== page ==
“How interested are you in motorcycles?”

Now, it’s possible the reason I only saw the single checkbox for motorcycles is because my answers to the previous series of questions disqualified me from everything else, although I don’t really think my responses would have pointed in the direction of motorcycles,  but who am I to judge? Anyway, as promised, here’s what the first screen of these looked like:

zogby matrix

Maybe I shouldn’t say this is uglier than any other matrix — maybe it’s just that it’s simpler, in that it uses less newfangled HTML and is therefore, I don’t know, easier to access via mobile browsers, which isn’t a bad design goal to have — it’s just very strange looking to me, and pretty hard to take in at a glance. By the time you get down to the last button on the right, it’s not immediately obvious to me if that “1” radio button is for “Pessimistic” or for some other word that I perhaps need to scroll down for, or that’s just not appearing for some reason.

Are mobile/degraded browsers a big factor in the panel research industry? Are there a lot of folks on the Greenfield panel using Netscape 2.0 on Mac IIci’s or something? Because I seriously don’t get why this hasn’t all been replaced — and I’m talking about everyone here, not just Zogby — with some well-designed Flash code. Seems to me a freshman design student could pretty quickly mock up something vastly superior to anything being used in the industry today, no?

One other thing I found interesting: on some (but not all) screens of this survey, when I clicked the final radio button, I was automatically advanced to the next page. Despite the pages having a “continue” button on them, by the way. I don’t have a problem with auto-advancing in general, though I think it needs to either consistently happen 100% of the time or 0% of the time — but I’m curious what y’all think about it. Is the auto-advance, which would make it difficult or impossible to go back and fix an error you made, a good thing or a bad thing?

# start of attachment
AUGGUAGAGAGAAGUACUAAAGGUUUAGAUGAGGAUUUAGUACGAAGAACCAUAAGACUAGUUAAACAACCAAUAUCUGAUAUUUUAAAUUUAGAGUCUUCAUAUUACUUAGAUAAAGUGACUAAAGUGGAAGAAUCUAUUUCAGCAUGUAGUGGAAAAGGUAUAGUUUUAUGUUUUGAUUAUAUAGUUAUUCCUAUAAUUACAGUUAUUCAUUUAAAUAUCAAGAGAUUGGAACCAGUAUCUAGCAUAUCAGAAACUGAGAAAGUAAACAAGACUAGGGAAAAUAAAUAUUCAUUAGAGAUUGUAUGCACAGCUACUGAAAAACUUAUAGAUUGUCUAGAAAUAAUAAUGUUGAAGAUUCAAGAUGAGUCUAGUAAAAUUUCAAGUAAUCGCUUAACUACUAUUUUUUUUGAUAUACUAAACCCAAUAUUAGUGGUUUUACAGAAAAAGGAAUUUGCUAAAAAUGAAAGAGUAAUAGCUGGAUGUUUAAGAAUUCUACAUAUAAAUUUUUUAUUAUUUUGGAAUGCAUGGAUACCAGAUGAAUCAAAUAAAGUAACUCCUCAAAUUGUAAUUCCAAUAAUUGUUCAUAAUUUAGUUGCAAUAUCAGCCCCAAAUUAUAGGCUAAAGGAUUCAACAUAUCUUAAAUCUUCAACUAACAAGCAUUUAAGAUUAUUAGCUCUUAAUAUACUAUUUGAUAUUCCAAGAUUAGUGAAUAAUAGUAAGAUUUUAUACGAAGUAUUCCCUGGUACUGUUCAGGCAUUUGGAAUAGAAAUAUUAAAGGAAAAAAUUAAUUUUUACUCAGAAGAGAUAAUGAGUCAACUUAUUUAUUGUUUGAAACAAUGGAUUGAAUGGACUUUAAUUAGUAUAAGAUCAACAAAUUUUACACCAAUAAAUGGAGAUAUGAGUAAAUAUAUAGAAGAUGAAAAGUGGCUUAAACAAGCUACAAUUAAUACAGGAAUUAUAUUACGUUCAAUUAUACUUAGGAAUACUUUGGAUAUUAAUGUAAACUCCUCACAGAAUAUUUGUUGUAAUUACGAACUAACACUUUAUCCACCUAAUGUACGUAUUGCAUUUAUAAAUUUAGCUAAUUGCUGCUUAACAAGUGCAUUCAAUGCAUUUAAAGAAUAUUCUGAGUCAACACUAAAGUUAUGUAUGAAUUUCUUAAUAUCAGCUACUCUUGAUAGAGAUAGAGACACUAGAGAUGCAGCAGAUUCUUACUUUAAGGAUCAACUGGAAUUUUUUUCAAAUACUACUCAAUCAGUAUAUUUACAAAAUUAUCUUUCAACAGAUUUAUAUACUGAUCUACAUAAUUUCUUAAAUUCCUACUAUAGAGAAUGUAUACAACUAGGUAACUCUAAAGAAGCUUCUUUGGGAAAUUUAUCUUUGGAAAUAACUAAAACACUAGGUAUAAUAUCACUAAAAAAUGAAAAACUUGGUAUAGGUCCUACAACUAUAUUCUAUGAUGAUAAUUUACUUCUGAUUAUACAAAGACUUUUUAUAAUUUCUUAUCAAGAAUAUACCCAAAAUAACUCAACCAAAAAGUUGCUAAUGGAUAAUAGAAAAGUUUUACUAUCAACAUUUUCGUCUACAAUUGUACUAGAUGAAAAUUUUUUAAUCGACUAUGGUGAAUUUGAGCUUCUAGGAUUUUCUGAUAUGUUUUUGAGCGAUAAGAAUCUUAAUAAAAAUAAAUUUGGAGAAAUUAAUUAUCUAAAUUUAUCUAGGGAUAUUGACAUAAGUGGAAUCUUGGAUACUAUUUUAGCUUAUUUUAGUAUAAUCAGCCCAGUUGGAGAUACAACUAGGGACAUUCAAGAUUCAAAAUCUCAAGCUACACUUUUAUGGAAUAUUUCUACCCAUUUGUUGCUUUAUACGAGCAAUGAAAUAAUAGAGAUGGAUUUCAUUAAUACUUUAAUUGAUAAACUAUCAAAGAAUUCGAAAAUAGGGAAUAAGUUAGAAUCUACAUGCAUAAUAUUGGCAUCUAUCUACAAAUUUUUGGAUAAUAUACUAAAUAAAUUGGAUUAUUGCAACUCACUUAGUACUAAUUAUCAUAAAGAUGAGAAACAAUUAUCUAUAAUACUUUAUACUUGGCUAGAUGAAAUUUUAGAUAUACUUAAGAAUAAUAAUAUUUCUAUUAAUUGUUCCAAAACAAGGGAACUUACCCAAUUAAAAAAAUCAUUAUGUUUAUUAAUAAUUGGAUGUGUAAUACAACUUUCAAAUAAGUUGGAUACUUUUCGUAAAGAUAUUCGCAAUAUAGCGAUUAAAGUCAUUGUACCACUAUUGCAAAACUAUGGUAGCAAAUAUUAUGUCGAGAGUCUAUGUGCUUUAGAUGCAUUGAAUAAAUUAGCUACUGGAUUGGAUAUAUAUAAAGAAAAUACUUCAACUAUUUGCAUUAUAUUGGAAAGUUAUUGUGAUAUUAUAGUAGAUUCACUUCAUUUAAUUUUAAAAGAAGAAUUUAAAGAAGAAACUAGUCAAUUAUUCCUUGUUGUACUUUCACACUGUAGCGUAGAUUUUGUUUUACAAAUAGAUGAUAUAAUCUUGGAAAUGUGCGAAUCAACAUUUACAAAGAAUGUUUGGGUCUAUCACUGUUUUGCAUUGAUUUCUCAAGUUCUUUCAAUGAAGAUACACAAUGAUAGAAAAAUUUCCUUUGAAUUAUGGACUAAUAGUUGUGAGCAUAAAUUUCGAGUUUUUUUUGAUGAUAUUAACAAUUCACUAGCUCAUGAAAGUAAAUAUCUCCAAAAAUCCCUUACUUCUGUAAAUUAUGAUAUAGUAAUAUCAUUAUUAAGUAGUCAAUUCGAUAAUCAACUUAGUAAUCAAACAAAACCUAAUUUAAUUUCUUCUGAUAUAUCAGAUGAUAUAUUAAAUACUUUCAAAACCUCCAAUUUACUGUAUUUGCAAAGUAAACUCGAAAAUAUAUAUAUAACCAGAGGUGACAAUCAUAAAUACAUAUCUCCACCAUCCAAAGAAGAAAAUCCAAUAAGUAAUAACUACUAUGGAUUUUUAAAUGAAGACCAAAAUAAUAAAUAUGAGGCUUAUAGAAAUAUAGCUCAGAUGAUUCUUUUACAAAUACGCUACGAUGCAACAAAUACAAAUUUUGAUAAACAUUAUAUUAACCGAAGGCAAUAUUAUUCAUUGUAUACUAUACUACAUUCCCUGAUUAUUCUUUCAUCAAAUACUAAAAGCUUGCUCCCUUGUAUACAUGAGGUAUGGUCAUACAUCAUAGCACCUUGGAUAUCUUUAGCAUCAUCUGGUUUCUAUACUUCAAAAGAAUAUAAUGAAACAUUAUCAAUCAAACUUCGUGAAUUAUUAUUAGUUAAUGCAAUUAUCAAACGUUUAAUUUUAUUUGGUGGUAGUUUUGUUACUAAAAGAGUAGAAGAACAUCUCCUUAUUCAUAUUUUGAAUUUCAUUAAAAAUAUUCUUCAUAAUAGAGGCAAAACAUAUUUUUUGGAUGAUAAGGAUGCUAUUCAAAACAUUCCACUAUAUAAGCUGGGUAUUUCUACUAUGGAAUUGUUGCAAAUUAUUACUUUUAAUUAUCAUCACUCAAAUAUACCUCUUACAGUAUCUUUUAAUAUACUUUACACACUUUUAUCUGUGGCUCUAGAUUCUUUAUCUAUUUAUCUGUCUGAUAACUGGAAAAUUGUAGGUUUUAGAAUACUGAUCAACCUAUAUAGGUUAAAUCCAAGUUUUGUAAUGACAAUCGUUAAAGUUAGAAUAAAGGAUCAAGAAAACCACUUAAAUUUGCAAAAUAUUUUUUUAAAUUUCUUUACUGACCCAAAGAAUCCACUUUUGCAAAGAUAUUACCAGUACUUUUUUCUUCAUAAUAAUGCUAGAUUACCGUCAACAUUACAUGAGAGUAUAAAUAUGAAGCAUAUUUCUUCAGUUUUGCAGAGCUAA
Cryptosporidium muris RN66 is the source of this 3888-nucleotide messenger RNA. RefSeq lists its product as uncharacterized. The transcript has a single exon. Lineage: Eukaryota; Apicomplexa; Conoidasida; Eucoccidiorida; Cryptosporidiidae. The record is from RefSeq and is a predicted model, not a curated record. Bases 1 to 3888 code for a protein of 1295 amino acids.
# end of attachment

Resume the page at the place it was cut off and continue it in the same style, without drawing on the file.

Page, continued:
Filed under answer choices, bad user experiences, Market Research, matrixes make me cry, the web is a visual medium, web research, Zogby

Whoa, Two Months?

Crap, I know I’ve been busy, but this is ridiculous.

Still fighting the good fight, but haven’t had time to write about (or even look at) much research lately. I did catch this grid a couple days ago, and I think it’s worth throwing up and looking at, not because it’s a particularly terrible example (it’s sadly just typical), but because I can imagine so many better ways to measure this:

harris vehicle grid

Can’t you picture something with different carmaker logos (or, maybe even better, images of their most popular models) that you can drag up and down or left and right to indicate exactly how likely you would be to consider each of them? And that’s just my very first thought on this one.

Flash makes pretty much anything possible, but we’re still using virtual #2 pencils to fill in virtual scantron bubbles, aren’t we? What do you think?


Filed under Harris, Market Research, matrixes make me cry, open questions, the web is a visual medium, web research

Also Not About Research: Why Can’t Newspapers Figure The Internet Out?

Looks like I’m adding a couple hundred more words to the millions already written this year about Why The Media is Dying. This screencap from a New York Times article today about famous people hiring people to “ghost twitter” for them:


You’d think those links (or, as I’m sure they call them at the Times, hyperlinks), which appear throughout the story for just about ever well-known person they mention, would go to the corresponding Twitter accounts, right?

Of course they don’t. They go to pages the Times has built that contain links to all the other NYT stories about those people. (And, hilariously, both Obama links go to the same place.)

How can they possibly be this bad at the internet?

There is, as always, a lesson for researchers mixed in: there’s no point using new technology if you ignore the advantages it gives you. Don’t make people re-enter demographic information that’s already in your database; don’t make people select their state from a pull-down menu when you could just let them click on a map. Don’t make people hit a “submit” button when you could just auto-advance once they click their response. Recognize that Flash is pretty much universal by now and there’s really no reason not to take advantage of what it can do.

Don’t be a newspaper.


Filed under bad user experiences, social media, the web is a visual medium


I’m not sure what’s more interesting about this: the ALL CAPS FOR NO APPARENT REASON, or the inclusion of every operating system known to man:


Odd they left out CP/M. I wonder how many OS2 users they still get.

They get bonus points for the odd clip art, too.  “Look at this fascinating INTERNET PANEL question I’m being asked, Hilda!”


Filed under answer choices, bad user experiences, Market Research, the web is a visual medium, web research